PH.D. Defense: Chase Salsbury

    Monday, July 16, 2018 - 11:00am
    Franken Conference Room (Meinel 821)

    Spectrally Controlled Interferometry: Methods and Applications


    Optical interferometry has long been established as a leading method for non-contact surface metrology due to nanometer level measurement accuracy and relatively simple instrument design. While countless configurations of interferometers exist, these instruments are broadly categorized by their source type into coherent (laser) and incoherent (white-light) modalities.

    Both approaches provide adequate solutions for a significant range of measurement applications, but suffer distinct limitations. Nominal measurement accuracy can rapidly decrease with increasing measurement complexity. Coherent interferometers boast low difficulty alignment procedures, but struggle to achieve accurate and repeatable results in the presence of additional feedback surfaces in the measurement cavity due to coherent fringe addition. Conversely, incoherent interferometers implement very effective surface isolation for measurement, but at the cost of more complex and often more expensive system designs. Additionally, many of these systems are limited in their dynamic range of measurable cavity sizes and present considerable difficulties in the alignment process. Both methods are inherently restricted by the intrinsic properties of their respective source.

    A novel method of interferometry, Spectrally Controlled Interferometry, is presented which employs control of the source’s optical spectrum to produce interferometric fringes with tunable location, distribution, and phase. A nominally broadband source is combined with a carefully selected modulation function and all necessary interference fringe characteristics are modified through manipulation of this modulation function. With this method, precise cavity isolation can be accomplished for interferometric measurements without the need for mechanical phase shifting or path-length matching. This source realization allows a host of measurement advantages which simplify measurement complexity and reduce total measurement time.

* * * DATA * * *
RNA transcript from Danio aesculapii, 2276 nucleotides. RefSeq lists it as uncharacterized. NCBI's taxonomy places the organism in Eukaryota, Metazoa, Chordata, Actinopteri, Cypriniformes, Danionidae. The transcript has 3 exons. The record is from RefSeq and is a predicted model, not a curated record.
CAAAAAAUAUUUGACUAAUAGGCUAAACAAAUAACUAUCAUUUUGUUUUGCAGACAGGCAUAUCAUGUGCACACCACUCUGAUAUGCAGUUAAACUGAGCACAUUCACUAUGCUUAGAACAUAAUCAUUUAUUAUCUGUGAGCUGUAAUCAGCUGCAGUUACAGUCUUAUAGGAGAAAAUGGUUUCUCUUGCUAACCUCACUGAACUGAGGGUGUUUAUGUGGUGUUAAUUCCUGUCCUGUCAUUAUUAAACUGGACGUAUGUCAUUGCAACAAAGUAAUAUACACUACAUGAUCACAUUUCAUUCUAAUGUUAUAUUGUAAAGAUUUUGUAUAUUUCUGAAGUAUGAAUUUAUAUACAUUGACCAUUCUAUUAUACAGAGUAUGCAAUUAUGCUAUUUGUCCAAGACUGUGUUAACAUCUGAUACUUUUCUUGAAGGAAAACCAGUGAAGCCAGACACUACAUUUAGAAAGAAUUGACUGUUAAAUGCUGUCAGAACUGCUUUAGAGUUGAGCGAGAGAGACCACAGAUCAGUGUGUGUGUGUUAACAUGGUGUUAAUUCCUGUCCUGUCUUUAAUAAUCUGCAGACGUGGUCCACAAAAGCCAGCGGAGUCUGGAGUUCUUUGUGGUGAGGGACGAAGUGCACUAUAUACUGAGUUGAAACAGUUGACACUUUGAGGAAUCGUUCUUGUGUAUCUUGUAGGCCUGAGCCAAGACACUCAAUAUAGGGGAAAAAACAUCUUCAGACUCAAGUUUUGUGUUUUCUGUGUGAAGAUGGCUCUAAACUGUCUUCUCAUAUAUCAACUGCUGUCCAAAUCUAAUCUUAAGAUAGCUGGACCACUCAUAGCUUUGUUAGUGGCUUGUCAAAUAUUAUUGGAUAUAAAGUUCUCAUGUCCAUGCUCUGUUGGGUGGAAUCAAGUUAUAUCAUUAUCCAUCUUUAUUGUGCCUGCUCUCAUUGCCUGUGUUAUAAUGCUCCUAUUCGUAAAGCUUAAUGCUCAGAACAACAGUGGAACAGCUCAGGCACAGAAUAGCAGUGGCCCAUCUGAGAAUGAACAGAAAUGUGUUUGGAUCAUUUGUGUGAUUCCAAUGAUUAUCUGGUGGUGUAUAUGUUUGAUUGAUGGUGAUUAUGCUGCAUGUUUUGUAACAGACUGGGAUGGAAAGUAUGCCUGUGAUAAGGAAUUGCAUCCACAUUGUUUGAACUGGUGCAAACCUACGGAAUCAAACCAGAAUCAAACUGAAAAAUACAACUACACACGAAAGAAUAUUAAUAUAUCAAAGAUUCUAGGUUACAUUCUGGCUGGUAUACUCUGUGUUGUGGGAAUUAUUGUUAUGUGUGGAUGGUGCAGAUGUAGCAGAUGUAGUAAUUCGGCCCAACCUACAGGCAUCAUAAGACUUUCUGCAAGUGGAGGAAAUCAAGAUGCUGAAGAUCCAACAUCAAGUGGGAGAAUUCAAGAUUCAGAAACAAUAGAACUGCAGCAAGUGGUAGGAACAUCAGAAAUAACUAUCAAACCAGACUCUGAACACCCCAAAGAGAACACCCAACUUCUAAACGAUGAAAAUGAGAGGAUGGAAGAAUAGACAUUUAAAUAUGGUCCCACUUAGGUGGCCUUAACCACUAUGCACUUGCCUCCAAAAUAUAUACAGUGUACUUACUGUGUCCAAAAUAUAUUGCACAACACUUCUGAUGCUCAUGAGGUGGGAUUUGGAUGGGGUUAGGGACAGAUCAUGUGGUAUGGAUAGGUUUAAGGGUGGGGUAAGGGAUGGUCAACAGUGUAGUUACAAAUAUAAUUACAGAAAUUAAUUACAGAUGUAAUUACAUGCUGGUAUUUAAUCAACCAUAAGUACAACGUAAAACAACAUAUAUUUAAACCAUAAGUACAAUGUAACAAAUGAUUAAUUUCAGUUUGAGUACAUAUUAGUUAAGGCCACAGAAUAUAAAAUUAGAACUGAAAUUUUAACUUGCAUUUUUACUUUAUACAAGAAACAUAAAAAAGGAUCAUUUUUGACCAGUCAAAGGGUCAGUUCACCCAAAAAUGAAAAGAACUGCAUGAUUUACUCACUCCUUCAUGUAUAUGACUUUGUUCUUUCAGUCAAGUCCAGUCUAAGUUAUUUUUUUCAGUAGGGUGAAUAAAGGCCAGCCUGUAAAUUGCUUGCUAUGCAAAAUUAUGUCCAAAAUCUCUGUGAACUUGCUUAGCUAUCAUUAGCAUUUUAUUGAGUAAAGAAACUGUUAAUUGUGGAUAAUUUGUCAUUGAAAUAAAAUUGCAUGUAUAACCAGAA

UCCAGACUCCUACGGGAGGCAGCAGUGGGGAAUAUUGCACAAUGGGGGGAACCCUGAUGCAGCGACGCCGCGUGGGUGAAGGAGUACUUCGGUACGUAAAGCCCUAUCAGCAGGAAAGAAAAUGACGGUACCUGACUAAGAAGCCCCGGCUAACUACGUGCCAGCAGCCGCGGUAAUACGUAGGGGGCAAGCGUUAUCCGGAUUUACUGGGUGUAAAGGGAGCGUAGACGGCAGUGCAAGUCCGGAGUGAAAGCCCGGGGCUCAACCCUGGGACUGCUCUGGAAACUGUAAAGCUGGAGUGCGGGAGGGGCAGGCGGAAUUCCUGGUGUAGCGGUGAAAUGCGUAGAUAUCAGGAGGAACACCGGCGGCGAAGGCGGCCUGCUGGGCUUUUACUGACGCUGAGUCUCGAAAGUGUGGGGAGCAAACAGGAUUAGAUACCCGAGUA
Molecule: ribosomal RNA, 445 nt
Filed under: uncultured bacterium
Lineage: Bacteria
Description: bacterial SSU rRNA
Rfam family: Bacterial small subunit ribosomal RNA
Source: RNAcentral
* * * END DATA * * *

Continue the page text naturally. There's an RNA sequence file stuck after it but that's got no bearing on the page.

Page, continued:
The relationship between fundamental fringe stability and resulting measurement accuracy as a function of basic control parameters is explored and developed alongside a discussion of method specific noise sources. Various applications of this method are presented including, measurement of: common planar cavities, thin cavities, remote cavities, and spherical cavities, including a proposed improved method of radius of curvature measurement. Methods for the extension of measurement range via tandem sources are discussed and experimental results are presented. Finally, alternatives to temporal phase shifting, wavelength-shifting spectrally and fringe-carrier implementations of spectrally controlled interferometry are developed and measurement results are presented.

    Speaker Bio(s): 

    Chase Salsbury's dissertation committee members are: Jim Schwiegerling (chair), Dae Wook Kim, and Artur Olszak.